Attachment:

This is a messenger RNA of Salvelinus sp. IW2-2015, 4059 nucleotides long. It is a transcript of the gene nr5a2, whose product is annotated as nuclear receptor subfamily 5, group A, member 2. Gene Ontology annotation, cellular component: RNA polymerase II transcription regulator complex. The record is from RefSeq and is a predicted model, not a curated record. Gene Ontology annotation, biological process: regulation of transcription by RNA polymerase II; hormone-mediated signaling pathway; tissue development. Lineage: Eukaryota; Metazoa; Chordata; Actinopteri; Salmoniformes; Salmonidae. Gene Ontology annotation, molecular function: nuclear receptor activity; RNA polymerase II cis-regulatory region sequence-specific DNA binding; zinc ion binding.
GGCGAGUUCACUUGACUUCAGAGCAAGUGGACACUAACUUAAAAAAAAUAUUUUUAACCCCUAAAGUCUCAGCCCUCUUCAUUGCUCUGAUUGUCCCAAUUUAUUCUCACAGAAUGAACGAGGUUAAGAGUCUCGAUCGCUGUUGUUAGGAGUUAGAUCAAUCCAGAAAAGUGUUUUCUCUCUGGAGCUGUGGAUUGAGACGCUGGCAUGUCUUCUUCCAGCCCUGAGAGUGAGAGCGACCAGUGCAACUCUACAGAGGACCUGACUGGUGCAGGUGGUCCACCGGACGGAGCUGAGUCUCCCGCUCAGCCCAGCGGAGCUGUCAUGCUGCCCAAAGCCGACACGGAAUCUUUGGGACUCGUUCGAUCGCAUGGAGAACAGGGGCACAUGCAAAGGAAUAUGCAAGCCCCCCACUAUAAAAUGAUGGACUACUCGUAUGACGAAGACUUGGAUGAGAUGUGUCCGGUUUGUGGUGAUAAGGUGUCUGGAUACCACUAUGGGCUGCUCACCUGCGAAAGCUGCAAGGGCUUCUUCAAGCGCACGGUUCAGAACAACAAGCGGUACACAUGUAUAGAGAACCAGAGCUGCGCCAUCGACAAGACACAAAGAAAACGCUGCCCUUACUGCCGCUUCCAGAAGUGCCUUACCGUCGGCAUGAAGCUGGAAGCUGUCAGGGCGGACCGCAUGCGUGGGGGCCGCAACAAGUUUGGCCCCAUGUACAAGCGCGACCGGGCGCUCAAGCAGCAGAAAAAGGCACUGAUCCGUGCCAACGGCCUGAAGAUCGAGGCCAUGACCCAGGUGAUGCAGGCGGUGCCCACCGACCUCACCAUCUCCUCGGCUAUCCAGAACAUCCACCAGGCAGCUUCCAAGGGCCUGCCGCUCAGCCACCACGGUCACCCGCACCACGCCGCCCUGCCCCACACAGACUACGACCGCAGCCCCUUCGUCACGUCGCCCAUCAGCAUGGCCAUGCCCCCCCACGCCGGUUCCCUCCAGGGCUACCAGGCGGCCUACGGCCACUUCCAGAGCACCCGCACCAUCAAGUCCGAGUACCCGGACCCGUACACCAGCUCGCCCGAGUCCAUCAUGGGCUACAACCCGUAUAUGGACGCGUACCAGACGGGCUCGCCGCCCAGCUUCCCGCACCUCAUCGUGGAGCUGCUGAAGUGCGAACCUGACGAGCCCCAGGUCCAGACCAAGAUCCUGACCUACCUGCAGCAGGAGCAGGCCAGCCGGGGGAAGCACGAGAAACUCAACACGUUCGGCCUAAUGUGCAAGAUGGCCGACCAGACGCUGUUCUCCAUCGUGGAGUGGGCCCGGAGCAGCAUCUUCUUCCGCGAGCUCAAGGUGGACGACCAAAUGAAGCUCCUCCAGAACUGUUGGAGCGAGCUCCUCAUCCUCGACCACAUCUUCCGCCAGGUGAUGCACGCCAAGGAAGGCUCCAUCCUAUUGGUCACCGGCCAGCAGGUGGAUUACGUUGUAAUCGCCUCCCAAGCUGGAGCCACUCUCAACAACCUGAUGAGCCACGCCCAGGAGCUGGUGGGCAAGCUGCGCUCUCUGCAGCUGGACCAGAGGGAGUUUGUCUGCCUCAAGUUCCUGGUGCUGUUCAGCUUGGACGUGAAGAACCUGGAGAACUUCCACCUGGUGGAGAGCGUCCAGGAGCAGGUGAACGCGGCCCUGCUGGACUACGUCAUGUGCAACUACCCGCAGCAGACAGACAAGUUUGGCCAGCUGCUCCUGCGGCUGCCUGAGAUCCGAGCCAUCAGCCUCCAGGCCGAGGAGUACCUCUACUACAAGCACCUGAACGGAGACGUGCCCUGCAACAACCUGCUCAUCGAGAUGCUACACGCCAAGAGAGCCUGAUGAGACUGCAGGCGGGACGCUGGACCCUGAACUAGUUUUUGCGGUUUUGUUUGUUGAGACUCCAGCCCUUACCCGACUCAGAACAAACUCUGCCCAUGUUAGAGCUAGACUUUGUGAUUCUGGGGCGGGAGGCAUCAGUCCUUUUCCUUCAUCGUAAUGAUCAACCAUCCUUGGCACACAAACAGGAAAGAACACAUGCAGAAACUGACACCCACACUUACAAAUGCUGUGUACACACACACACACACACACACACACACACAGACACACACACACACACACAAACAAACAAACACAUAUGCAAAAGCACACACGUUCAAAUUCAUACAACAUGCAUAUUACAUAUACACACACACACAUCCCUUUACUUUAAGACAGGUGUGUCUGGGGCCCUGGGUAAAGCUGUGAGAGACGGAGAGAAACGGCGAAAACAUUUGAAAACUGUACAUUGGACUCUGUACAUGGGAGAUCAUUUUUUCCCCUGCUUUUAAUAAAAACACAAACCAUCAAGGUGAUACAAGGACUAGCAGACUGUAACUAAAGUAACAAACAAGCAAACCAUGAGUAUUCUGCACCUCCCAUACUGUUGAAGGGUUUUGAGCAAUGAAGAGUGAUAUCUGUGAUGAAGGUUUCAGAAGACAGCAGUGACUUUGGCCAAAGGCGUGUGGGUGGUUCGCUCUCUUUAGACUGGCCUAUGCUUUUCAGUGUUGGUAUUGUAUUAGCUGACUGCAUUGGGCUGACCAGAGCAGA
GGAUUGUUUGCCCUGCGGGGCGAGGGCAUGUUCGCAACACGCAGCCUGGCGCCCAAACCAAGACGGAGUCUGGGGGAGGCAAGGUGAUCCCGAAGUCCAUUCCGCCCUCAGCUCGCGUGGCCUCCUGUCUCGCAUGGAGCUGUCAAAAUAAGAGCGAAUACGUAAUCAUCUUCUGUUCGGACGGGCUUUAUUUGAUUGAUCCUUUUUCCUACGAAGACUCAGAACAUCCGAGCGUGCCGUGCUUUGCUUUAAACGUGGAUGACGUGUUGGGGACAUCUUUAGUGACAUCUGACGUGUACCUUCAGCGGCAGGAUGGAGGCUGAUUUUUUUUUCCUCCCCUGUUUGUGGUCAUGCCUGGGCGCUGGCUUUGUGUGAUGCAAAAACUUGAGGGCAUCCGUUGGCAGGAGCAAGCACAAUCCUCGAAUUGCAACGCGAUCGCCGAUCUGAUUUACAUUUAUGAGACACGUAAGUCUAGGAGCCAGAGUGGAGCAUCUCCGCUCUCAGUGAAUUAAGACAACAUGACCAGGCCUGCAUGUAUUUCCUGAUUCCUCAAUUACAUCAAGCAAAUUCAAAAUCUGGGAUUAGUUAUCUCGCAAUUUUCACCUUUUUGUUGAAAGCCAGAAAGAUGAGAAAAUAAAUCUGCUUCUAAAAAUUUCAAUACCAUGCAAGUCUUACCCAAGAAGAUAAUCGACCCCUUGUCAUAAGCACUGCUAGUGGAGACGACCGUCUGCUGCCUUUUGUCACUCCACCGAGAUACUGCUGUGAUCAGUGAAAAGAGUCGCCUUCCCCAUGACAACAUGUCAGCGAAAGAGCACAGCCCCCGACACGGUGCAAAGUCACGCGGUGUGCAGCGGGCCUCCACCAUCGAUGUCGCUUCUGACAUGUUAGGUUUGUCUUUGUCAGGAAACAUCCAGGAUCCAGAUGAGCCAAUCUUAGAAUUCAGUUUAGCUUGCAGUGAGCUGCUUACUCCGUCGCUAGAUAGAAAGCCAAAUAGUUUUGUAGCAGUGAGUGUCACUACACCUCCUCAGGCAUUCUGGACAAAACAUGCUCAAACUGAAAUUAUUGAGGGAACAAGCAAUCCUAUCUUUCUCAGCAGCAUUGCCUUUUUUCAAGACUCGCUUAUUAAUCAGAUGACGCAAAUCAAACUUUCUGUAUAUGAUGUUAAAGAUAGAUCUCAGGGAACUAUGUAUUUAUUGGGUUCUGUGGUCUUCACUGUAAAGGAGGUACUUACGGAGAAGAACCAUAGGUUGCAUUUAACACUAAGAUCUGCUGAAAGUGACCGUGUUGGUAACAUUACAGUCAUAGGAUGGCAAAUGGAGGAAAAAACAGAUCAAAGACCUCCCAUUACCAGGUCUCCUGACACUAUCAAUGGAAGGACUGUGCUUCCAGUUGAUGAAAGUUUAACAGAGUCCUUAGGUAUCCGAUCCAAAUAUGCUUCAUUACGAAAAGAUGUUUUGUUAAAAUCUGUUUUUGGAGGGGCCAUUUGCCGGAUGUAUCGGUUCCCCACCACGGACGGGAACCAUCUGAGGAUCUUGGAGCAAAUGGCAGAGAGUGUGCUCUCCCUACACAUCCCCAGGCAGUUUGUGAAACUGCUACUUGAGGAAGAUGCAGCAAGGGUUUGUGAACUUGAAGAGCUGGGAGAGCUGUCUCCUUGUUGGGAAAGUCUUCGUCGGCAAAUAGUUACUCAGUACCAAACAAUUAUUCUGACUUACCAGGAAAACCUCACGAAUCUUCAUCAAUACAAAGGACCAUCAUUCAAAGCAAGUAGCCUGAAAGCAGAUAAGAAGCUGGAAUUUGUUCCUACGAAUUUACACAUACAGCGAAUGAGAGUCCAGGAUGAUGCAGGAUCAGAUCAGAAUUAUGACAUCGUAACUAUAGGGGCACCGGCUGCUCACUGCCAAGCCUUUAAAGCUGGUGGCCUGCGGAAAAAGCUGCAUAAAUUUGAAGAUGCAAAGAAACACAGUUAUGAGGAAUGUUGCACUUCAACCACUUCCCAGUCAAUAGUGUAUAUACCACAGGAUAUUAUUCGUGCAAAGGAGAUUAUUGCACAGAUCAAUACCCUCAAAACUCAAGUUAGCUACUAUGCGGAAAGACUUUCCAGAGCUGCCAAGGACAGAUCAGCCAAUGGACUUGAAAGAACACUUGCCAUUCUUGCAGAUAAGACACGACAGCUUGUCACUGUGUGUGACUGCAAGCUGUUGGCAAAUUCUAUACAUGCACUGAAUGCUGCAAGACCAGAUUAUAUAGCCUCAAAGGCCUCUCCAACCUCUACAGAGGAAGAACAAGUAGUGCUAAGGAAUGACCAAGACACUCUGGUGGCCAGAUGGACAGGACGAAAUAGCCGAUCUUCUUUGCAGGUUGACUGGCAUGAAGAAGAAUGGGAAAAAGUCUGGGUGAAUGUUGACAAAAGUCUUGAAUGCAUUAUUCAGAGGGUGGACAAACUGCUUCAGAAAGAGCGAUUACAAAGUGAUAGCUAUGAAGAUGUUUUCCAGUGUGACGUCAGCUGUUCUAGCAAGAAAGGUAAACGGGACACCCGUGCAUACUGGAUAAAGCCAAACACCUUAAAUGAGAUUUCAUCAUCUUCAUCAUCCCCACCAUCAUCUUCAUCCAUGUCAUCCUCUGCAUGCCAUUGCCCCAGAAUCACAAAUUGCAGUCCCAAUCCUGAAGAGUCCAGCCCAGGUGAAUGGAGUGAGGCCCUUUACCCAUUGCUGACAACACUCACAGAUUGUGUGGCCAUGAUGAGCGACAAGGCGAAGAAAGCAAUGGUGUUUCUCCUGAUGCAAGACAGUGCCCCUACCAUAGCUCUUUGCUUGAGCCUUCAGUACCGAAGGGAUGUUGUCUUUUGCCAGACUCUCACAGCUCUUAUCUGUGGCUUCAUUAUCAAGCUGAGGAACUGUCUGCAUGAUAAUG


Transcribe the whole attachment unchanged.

This is a messenger RNA of Salvelinus sp. IW2-2015, 4059 nucleotides long. It is a transcript of the gene nr5a2, whose product is annotated as nuclear receptor subfamily 5, group A, member 2. Gene Ontology annotation, cellular component: RNA polymerase II transcription regulator complex. The record is from RefSeq and is a predicted model, not a curated record. Gene Ontology annotation, biological process: regulation of transcription by RNA polymerase II; hormone-mediated signaling pathway; tissue development. Lineage: Eukaryota; Metazoa; Chordata; Actinopteri; Salmoniformes; Salmonidae. Gene Ontology annotation, molecular function: nuclear receptor activity; RNA polymerase II cis-regulatory region sequence-specific DNA binding; zinc ion binding.
GGCGAGUUCACUUGACUUCAGAGCAAGUGGACACUAACUUAAAAAAAAUAUUUUUAACCCCUAAAGUCUCAGCCCUCUUCAUUGCUCUGAUUGUCCCAAUUUAUUCUCACAGAAUGAACGAGGUUAAGAGUCUCGAUCGCUGUUGUUAGGAGUUAGAUCAAUCCAGAAAAGUGUUUUCUCUCUGGAGCUGUGGAUUGAGACGCUGGCAUGUCUUCUUCCAGCCCUGAGAGUGAGAGCGACCAGUGCAACUCUACAGAGGACCUGACUGGUGCAGGUGGUCCACCGGACGGAGCUGAGUCUCCCGCUCAGCCCAGCGGAGCUGUCAUGCUGCCCAAAGCCGACACGGAAUCUUUGGGACUCGUUCGAUCGCAUGGAGAACAGGGGCACAUGCAAAGGAAUAUGCAAGCCCCCCACUAUAAAAUGAUGGACUACUCGUAUGACGAAGACUUGGAUGAGAUGUGUCCGGUUUGUGGUGAUAAGGUGUCUGGAUACCACUAUGGGCUGCUCACCUGCGAAAGCUGCAAGGGCUUCUUCAAGCGCACGGUUCAGAACAACAAGCGGUACACAUGUAUAGAGAACCAGAGCUGCGCCAUCGACAAGACACAAAGAAAACGCUGCCCUUACUGCCGCUUCCAGAAGUGCCUUACCGUCGGCAUGAAGCUGGAAGCUGUCAGGGCGGACCGCAUGCGUGGGGGCCGCAACAAGUUUGGCCCCAUGUACAAGCGCGACCGGGCGCUCAAGCAGCAGAAAAAGGCACUGAUCCGUGCCAACGGCCUGAAGAUCGAGGCCAUGACCCAGGUGAUGCAGGCGGUGCCCACCGACCUCACCAUCUCCUCGGCUAUCCAGAACAUCCACCAGGCAGCUUCCAAGGGCCUGCCGCUCAGCCACCACGGUCACCCGCACCACGCCGCCCUGCCCCACACAGACUACGACCGCAGCCCCUUCGUCACGUCGCCCAUCAGCAUGGCCAUGCCCCCCCACGCCGGUUCCCUCCAGGGCUACCAGGCGGCCUACGGCCACUUCCAGAGCACCCGCACCAUCAAGUCCGAGUACCCGGACCCGUACACCAGCUCGCCCGAGUCCAUCAUGGGCUACAACCCGUAUAUGGACGCGUACCAGACGGGCUCGCCGCCCAGCUUCCCGCACCUCAUCGUGGAGCUGCUGAAGUGCGAACCUGACGAGCCCCAGGUCCAGACCAAGAUCCUGACCUACCUGCAGCAGGAGCAGGCCAGCCGGGGGAAGCACGAGAAACUCAACACGUUCGGCCUAAUGUGCAAGAUGGCCGACCAGACGCUGUUCUCCAUCGUGGAGUGGGCCCGGAGCAGCAUCUUCUUCCGCGAGCUCAAGGUGGACGACCAAAUGAAGCUCCUCCAGAACUGUUGGAGCGAGCUCCUCAUCCUCGACCACAUCUUCCGCCAGGUGAUGCACGCCAAGGAAGGCUCCAUCCUAUUGGUCACCGGCCAGCAGGUGGAUUACGUUGUAAUCGCCUCCCAAGCUGGAGCCACUCUCAACAACCUGAUGAGCCACGCCCAGGAGCUGGUGGGCAAGCUGCGCUCUCUGCAGCUGGACCAGAGGGAGUUUGUCUGCCUCAAGUUCCUGGUGCUGUUCAGCUUGGACGUGAAGAACCUGGAGAACUUCCACCUGGUGGAGAGCGUCCAGGAGCAGGUGAACGCGGCCCUGCUGGACUACGUCAUGUGCAACUACCCGCAGCAGACAGACAAGUUUGGCCAGCUGCUCCUGCGGCUGCCUGAGAUCCGAGCCAUCAGCCUCCAGGCCGAGGAGUACCUCUACUACAAGCACCUGAACGGAGACGUGCCCUGCAACAACCUGCUCAUCGAGAUGCUACACGCCAAGAGAGCCUGAUGAGACUGCAGGCGGGACGCUGGACCCUGAACUAGUUUUUGCGGUUUUGUUUGUUGAGACUCCAGCCCUUACCCGACUCAGAACAAACUCUGCCCAUGUUAGAGCUAGACUUUGUGAUUCUGGGGCGGGAGGCAUCAGUCCUUUUCCUUCAUCGUAAUGAUCAACCAUCCUUGGCACACAAACAGGAAAGAACACAUGCAGAAACUGACACCCACACUUACAAAUGCUGUGUACACACACACACACACACACACACACACACAGACACACACACACACACACAAACAAACAAACACAUAUGCAAAAGCACACACGUUCAAAUUCAUACAACAUGCAUAUUACAUAUACACACACACACAUCCCUUUACUUUAAGACAGGUGUGUCUGGGGCCCUGGGUAAAGCUGUGAGAGACGGAGAGAAACGGCGAAAACAUUUGAAAACUGUACAUUGGACUCUGUACAUGGGAGAUCAUUUUUUCCCCUGCUUUUAAUAAAAACACAAACCAUCAAGGUGAUACAAGGACUAGCAGACUGUAACUAAAGUAACAAACAAGCAAACCAUGAGUAUUCUGCACCUCCCAUACUGUUGAAGGGUUUUGAGCAAUGAAGAGUGAUAUCUGUGAUGAAGGUUUCAGAAGACAGCAGUGACUUUGGCCAAAGGCGUGUGGGUGGUUCGCUCUCUUUAGACUGGCCUAUGCUUUUCAGUGUUGGUAUUGUAUUAGCUGACUGCAUUGGGCUGACCAGAGCAGA
GGAUUGUUUGCCCUGCGGGGCGAGGGCAUGUUCGCAACACGCAGCCUGGCGCCCAAACCAAGACGGAGUCUGGGGGAGGCAAGGUGAUCCCGAAGUCCAUUCCGCCCUCAGCUCGCGUGGCCUCCUGUCUCGCAUGGAGCUGUCAAAAUAAGAGCGAAUACGUAAUCAUCUUCUGUUCGGACGGGCUUUAUUUGAUUGAUCCUUUUUCCUACGAAGACUCAGAACAUCCGAGCGUGCCGUGCUUUGCUUUAAACGUGGAUGACGUGUUGGGGACAUCUUUAGUGACAUCUGACGUGUACCUUCAGCGGCAGGAUGGAGGCUGAUUUUUUUUUCCUCCCCUGUUUGUGGUCAUGCCUGGGCGCUGGCUUUGUGUGAUGCAAAAACUUGAGGGCAUCCGUUGGCAGGAGCAAGCACAAUCCUCGAAUUGCAACGCGAUCGCCGAUCUGAUUUACAUUUAUGAGACACGUAAGUCUAGGAGCCAGAGUGGAGCAUCUCCGCUCUCAGUGAAUUAAGACAACAUGACCAGGCCUGCAUGUAUUUCCUGAUUCCUCAAUUACAUCAAGCAAAUUCAAAAUCUGGGAUUAGUUAUCUCGCAAUUUUCACCUUUUUGUUGAAAGCCAGAAAGAUGAGAAAAUAAAUCUGCUUCUAAAAAUUUCAAUACCAUGCAAGUCUUACCCAAGAAGAUAAUCGACCCCUUGUCAUAAGCACUGCUAGUGGAGACGACCGUCUGCUGCCUUUUGUCACUCCACCGAGAUACUGCUGUGAUCAGUGAAAAGAGUCGCCUUCCCCAUGACAACAUGUCAGCGAAAGAGCACAGCCCCCGACACGGUGCAAAGUCACGCGGUGUGCAGCGGGCCUCCACCAUCGAUGUCGCUUCUGACAUGUUAGGUUUGUCUUUGUCAGGAAACAUCCAGGAUCCAGAUGAGCCAAUCUUAGAAUUCAGUUUAGCUUGCAGUGAGCUGCUUACUCCGUCGCUAGAUAGAAAGCCAAAUAGUUUUGUAGCAGUGAGUGUCACUACACCUCCUCAGGCAUUCUGGACAAAACAUGCUCAAACUGAAAUUAUUGAGGGAACAAGCAAUCCUAUCUUUCUCAGCAGCAUUGCCUUUUUUCAAGACUCGCUUAUUAAUCAGAUGACGCAAAUCAAACUUUCUGUAUAUGAUGUUAAAGAUAGAUCUCAGGGAACUAUGUAUUUAUUGGGUUCUGUGGUCUUCACUGUAAAGGAGGUACUUACGGAGAAGAACCAUAGGUUGCAUUUAACACUAAGAUCUGCUGAAAGUGACCGUGUUGGUAACAUUACAGUCAUAGGAUGGCAAAUGGAGGAAAAAACAGAUCAAAGACCUCCCAUUACCAGGUCUCCUGACACUAUCAAUGGAAGGACUGUGCUUCCAGUUGAUGAAAGUUUAACAGAGUCCUUAGGUAUCCGAUCCAAAUAUGCUUCAUUACGAAAAGAUGUUUUGUUAAAAUCUGUUUUUGGAGGGGCCAUUUGCCGGAUGUAUCGGUUCCCCACCACGGACGGGAACCAUCUGAGGAUCUUGGAGCAAAUGGCAGAGAGUGUGCUCUCCCUACACAUCCCCAGGCAGUUUGUGAAACUGCUACUUGAGGAAGAUGCAGCAAGGGUUUGUGAACUUGAAGAGCUGGGAGAGCUGUCUCCUUGUUGGGAAAGUCUUCGUCGGCAAAUAGUUACUCAGUACCAAACAAUUAUUCUGACUUACCAGGAAAACCUCACGAAUCUUCAUCAAUACAAAGGACCAUCAUUCAAAGCAAGUAGCCUGAAAGCAGAUAAGAAGCUGGAAUUUGUUCCUACGAAUUUACACAUACAGCGAAUGAGAGUCCAGGAUGAUGCAGGAUCAGAUCAGAAUUAUGACAUCGUAACUAUAGGGGCACCGGCUGCUCACUGCCAAGCCUUUAAAGCUGGUGGCCUGCGGAAAAAGCUGCAUAAAUUUGAAGAUGCAAAGAAACACAGUUAUGAGGAAUGUUGCACUUCAACCACUUCCCAGUCAAUAGUGUAUAUACCACAGGAUAUUAUUCGUGCAAAGGAGAUUAUUGCACAGAUCAAUACCCUCAAAACUCAAGUUAGCUACUAUGCGGAAAGACUUUCCAGAGCUGCCAAGGACAGAUCAGCCAAUGGACUUGAAAGAACACUUGCCAUUCUUGCAGAUAAGACACGACAGCUUGUCACUGUGUGUGACUGCAAGCUGUUGGCAAAUUCUAUACAUGCACUGAAUGCUGCAAGACCAGAUUAUAUAGCCUCAAAGGCCUCUCCAACCUCUACAGAGGAAGAACAAGUAGUGCUAAGGAAUGACCAAGACACUCUGGUGGCCAGAUGGACAGGACGAAAUAGCCGAUCUUCUUUGCAGGUUGACUGGCAUGAAGAAGAAUGGGAAAAAGUCUGGGUGAAUGUUGACAAAAGUCUUGAAUGCAUUAUUCAGAGGGUGGACAAACUGCUUCAGAAAGAGCGAUUACAAAGUGAUAGCUAUGAAGAUGUUUUCCAGUGUGACGUCAGCUGUUCUAGCAAGAAAGGUAAACGGGACACCCGUGCAUACUGGAUAAAGCCAAACACCUUAAAUGAGAUUUCAUCAUCUUCAUCAUCCCCACCAUCAUCUUCAUCCAUGUCAUCCUCUGCAUGCCAUUGCCCCAGAAUCACAAAUUGCAGUCCCAAUCCUGAAGAGUCCAGCCCAGGUGAAUGGAGUGAGGCCCUUUACCCAUUGCUGACAACACUCACAGAUUGUGUGGCCAUGAUGAGCGACAAGGCGAAGAAAGCAAUGGUGUUUCUCCUGAUGCAAGACAGUGCCCCUACCAUAGCUCUUUGCUUGAGCCUUCAGUACCGAAGGGAUGUUGUCUUUUGCCAGACUCUCACAGCUCUUAUCUGUGGCUUCAUUAUCAAGCUGAGGAACUGUCUGCAUGAUAAUG